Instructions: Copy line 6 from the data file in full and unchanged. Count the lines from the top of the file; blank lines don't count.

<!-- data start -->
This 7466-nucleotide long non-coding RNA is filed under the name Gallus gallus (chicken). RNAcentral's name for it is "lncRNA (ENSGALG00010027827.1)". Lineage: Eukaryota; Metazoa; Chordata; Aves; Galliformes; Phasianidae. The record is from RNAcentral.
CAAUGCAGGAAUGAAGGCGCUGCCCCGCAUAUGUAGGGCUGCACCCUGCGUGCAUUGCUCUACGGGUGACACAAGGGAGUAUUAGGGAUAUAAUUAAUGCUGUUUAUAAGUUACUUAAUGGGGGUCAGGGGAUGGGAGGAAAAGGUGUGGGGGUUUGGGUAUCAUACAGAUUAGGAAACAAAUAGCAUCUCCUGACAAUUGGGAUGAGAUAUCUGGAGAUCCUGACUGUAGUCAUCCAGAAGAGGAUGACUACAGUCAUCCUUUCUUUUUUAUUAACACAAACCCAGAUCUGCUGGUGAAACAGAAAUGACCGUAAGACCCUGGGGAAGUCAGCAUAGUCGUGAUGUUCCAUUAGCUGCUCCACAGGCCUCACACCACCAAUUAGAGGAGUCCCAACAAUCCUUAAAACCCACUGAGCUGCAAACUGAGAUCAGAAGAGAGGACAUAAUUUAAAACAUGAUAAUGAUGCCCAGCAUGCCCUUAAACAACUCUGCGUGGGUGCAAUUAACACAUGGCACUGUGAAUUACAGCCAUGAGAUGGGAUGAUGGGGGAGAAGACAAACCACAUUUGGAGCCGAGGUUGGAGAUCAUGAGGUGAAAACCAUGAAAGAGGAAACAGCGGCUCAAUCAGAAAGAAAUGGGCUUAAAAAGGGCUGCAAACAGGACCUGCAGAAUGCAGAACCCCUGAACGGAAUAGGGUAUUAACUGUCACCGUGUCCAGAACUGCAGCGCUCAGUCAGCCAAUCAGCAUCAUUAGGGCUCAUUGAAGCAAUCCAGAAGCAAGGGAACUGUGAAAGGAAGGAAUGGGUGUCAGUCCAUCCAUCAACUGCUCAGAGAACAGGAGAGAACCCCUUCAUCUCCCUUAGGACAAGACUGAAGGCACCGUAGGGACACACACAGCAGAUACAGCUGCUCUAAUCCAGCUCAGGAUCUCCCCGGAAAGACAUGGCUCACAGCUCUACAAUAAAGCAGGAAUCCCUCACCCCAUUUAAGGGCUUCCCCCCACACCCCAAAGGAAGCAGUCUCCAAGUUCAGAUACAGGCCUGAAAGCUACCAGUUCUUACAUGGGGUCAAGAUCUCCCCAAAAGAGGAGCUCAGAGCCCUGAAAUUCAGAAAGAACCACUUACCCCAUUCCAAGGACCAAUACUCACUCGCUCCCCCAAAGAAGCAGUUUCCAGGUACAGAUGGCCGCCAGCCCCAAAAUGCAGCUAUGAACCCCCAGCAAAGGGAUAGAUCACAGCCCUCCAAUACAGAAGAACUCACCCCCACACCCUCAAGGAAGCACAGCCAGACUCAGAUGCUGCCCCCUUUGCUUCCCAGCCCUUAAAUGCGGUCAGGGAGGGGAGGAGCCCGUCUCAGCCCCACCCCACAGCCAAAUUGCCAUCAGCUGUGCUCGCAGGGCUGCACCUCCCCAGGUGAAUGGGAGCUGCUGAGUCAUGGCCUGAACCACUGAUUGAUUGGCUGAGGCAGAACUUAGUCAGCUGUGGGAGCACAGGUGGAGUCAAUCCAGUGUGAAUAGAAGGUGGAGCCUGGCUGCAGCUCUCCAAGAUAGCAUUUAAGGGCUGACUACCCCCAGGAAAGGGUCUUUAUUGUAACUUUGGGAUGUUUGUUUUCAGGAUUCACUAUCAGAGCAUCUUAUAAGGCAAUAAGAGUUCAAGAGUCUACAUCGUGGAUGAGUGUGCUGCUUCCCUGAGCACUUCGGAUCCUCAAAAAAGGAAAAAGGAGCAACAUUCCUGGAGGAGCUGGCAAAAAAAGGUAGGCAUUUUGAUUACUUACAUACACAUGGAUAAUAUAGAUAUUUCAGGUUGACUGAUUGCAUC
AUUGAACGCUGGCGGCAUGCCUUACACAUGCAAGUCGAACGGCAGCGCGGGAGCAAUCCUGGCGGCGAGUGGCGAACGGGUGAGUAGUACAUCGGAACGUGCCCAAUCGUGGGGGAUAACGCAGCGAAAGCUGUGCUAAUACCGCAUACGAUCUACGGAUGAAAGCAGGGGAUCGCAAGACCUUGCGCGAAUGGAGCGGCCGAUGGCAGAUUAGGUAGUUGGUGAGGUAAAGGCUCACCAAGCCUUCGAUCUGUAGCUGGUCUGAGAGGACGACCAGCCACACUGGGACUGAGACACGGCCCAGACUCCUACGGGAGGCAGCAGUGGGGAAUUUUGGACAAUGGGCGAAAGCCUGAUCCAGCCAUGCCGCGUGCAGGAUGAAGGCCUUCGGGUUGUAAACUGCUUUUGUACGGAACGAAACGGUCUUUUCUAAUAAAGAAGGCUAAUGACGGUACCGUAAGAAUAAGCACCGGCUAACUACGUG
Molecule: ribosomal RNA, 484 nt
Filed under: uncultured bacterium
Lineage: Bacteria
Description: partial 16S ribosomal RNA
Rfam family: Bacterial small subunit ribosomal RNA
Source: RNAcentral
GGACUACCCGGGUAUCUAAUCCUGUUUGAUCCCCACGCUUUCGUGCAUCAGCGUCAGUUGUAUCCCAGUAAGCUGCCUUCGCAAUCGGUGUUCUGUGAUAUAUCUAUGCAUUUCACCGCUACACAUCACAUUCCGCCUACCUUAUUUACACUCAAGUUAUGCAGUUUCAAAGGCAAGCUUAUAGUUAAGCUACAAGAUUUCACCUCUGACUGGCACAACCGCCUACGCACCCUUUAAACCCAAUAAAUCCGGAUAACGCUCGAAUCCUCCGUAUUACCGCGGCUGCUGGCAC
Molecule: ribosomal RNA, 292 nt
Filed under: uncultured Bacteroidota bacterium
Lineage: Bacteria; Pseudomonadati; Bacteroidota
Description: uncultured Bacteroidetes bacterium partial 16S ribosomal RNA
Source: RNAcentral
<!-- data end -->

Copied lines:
Lineage: Bacteria